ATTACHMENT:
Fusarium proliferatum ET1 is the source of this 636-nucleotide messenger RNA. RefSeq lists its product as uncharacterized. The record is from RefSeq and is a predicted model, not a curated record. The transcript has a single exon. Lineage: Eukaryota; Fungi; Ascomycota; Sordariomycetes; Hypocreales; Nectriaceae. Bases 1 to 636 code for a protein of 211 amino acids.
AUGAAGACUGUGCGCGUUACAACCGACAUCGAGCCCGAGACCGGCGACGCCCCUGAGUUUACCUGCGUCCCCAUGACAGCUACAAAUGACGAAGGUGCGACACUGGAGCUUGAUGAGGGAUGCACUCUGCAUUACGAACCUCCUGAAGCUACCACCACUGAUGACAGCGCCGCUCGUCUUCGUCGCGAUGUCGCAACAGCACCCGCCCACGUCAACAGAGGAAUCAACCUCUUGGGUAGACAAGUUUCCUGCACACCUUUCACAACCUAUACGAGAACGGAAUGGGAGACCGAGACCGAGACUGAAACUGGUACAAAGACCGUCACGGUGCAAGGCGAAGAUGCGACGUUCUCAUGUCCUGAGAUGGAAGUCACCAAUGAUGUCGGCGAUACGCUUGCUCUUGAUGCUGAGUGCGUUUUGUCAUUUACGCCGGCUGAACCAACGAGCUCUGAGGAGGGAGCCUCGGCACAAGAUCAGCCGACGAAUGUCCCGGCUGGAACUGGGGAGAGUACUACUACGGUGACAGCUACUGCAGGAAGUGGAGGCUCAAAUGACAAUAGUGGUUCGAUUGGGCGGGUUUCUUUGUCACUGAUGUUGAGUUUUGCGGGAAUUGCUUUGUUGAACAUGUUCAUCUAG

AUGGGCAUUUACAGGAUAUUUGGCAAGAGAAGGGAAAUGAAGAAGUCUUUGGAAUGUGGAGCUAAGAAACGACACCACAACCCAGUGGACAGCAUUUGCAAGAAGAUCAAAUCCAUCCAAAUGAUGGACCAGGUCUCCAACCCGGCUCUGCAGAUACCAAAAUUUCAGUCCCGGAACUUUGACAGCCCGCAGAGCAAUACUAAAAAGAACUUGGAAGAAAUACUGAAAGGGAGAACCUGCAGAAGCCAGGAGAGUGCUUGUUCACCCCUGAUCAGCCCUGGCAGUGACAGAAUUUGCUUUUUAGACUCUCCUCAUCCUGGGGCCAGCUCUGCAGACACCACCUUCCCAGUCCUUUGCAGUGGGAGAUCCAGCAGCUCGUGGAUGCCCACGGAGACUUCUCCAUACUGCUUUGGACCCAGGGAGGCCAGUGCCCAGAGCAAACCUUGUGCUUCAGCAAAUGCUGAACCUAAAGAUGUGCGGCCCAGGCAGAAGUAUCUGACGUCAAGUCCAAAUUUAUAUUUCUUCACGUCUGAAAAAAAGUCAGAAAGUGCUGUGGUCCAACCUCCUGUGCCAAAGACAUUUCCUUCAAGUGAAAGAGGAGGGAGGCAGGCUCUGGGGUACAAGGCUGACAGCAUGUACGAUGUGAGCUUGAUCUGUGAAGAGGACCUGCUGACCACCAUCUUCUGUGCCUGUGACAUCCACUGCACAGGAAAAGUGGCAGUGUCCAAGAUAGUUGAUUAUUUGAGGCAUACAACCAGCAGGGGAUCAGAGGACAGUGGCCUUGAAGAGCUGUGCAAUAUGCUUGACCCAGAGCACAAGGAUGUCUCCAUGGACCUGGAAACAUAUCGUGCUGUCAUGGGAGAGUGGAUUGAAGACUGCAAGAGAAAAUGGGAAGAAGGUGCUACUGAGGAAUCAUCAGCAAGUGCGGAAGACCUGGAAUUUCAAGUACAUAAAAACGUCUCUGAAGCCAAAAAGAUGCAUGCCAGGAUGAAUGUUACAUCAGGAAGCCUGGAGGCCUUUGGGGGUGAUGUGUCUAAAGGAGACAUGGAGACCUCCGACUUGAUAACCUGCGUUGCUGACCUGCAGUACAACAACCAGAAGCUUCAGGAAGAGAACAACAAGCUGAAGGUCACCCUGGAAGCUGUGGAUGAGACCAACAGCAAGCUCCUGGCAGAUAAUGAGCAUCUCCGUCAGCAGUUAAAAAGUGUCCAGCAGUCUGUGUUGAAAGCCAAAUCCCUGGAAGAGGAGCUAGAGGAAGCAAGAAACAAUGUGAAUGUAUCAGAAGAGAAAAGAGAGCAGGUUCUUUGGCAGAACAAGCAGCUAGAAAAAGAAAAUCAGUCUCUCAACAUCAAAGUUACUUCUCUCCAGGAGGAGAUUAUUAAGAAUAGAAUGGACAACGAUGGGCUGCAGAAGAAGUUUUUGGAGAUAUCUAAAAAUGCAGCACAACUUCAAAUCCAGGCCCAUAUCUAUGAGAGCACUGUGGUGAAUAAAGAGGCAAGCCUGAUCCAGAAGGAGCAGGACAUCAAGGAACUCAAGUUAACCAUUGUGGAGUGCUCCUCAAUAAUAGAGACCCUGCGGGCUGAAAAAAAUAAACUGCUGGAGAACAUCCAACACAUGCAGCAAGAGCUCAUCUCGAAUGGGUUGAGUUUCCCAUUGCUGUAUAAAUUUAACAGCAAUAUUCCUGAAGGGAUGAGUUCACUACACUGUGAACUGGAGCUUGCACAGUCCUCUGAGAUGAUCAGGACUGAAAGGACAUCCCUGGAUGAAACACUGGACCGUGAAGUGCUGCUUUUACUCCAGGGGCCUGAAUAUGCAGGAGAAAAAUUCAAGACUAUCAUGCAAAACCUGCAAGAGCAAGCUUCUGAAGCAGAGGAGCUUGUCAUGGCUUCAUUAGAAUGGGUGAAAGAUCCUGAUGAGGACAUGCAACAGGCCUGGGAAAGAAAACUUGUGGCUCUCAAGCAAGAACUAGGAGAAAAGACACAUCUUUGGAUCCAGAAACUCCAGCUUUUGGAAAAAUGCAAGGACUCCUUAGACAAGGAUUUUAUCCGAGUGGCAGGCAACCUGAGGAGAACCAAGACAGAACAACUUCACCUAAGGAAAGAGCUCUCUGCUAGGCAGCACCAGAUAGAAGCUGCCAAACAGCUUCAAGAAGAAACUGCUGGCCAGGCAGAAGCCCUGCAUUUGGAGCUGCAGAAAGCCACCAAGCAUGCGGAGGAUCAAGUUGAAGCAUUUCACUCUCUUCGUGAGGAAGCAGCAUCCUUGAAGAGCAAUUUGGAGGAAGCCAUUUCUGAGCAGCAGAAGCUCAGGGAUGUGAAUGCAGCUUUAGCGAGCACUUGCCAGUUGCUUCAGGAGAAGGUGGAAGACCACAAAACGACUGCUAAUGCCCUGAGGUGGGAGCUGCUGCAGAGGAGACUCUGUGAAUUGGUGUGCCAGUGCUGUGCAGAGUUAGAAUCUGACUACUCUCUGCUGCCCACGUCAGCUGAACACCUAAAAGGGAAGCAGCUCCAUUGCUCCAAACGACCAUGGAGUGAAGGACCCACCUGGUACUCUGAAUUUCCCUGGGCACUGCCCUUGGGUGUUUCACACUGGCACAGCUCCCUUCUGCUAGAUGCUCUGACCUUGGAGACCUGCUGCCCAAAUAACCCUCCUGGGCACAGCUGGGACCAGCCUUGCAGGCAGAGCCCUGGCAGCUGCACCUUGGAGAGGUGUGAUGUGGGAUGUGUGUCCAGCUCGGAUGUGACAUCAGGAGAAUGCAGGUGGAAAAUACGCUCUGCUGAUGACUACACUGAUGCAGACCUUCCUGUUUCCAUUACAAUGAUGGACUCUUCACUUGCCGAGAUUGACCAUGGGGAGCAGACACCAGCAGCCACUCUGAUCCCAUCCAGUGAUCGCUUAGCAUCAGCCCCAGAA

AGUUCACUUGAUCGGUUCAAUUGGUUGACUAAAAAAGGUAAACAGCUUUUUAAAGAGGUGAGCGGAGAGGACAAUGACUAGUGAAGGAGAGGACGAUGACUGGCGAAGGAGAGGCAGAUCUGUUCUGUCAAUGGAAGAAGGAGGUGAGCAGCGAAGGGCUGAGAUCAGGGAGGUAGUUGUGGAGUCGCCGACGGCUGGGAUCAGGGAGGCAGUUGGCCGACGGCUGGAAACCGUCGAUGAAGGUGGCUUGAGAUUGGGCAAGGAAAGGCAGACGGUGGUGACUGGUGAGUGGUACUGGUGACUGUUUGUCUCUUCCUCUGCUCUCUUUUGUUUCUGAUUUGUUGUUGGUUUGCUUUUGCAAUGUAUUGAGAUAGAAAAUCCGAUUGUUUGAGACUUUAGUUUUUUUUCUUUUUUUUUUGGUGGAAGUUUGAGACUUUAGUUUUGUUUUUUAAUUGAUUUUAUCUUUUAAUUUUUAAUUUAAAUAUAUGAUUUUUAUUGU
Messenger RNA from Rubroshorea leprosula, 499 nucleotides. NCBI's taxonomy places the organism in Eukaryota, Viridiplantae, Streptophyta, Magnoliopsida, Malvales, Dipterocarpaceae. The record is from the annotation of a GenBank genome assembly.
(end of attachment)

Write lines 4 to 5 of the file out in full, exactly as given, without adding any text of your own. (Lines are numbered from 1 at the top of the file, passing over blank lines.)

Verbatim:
AGUUCACUUGAUCGGUUCAAUUGGUUGACUAAAAAAGGUAAACAGCUUUUUAAAGAGGUGAGCGGAGAGGACAAUGACUAGUGAAGGAGAGGACGAUGACUGGCGAAGGAGAGGCAGAUCUGUUCUGUCAAUGGAAGAAGGAGGUGAGCAGCGAAGGGCUGAGAUCAGGGAGGUAGUUGUGGAGUCGCCGACGGCUGGGAUCAGGGAGGCAGUUGGCCGACGGCUGGAAACCGUCGAUGAAGGUGGCUUGAGAUUGGGCAAGGAAAGGCAGACGGUGGUGACUGGUGAGUGGUACUGGUGACUGUUUGUCUCUUCCUCUGCUCUCUUUUGUUUCUGAUUUGUUGUUGGUUUGCUUUUGCAAUGUAUUGAGAUAGAAAAUCCGAUUGUUUGAGACUUUAGUUUUUUUUCUUUUUUUUUUGGUGGAAGUUUGAGACUUUAGUUUUGUUUUUUAAUUGAUUUUAUCUUUUAAUUUUUAAUUUAAAUAUAUGAUUUUUAUUGU
Messenger RNA from Rubroshorea leprosula, 499 nucleotides. NCBI's taxonomy places the organism in Eukaryota, Viridiplantae, Streptophyta, Magnoliopsida, Malvales, Dipterocarpaceae. The record is from the annotation of a GenBank genome assembly.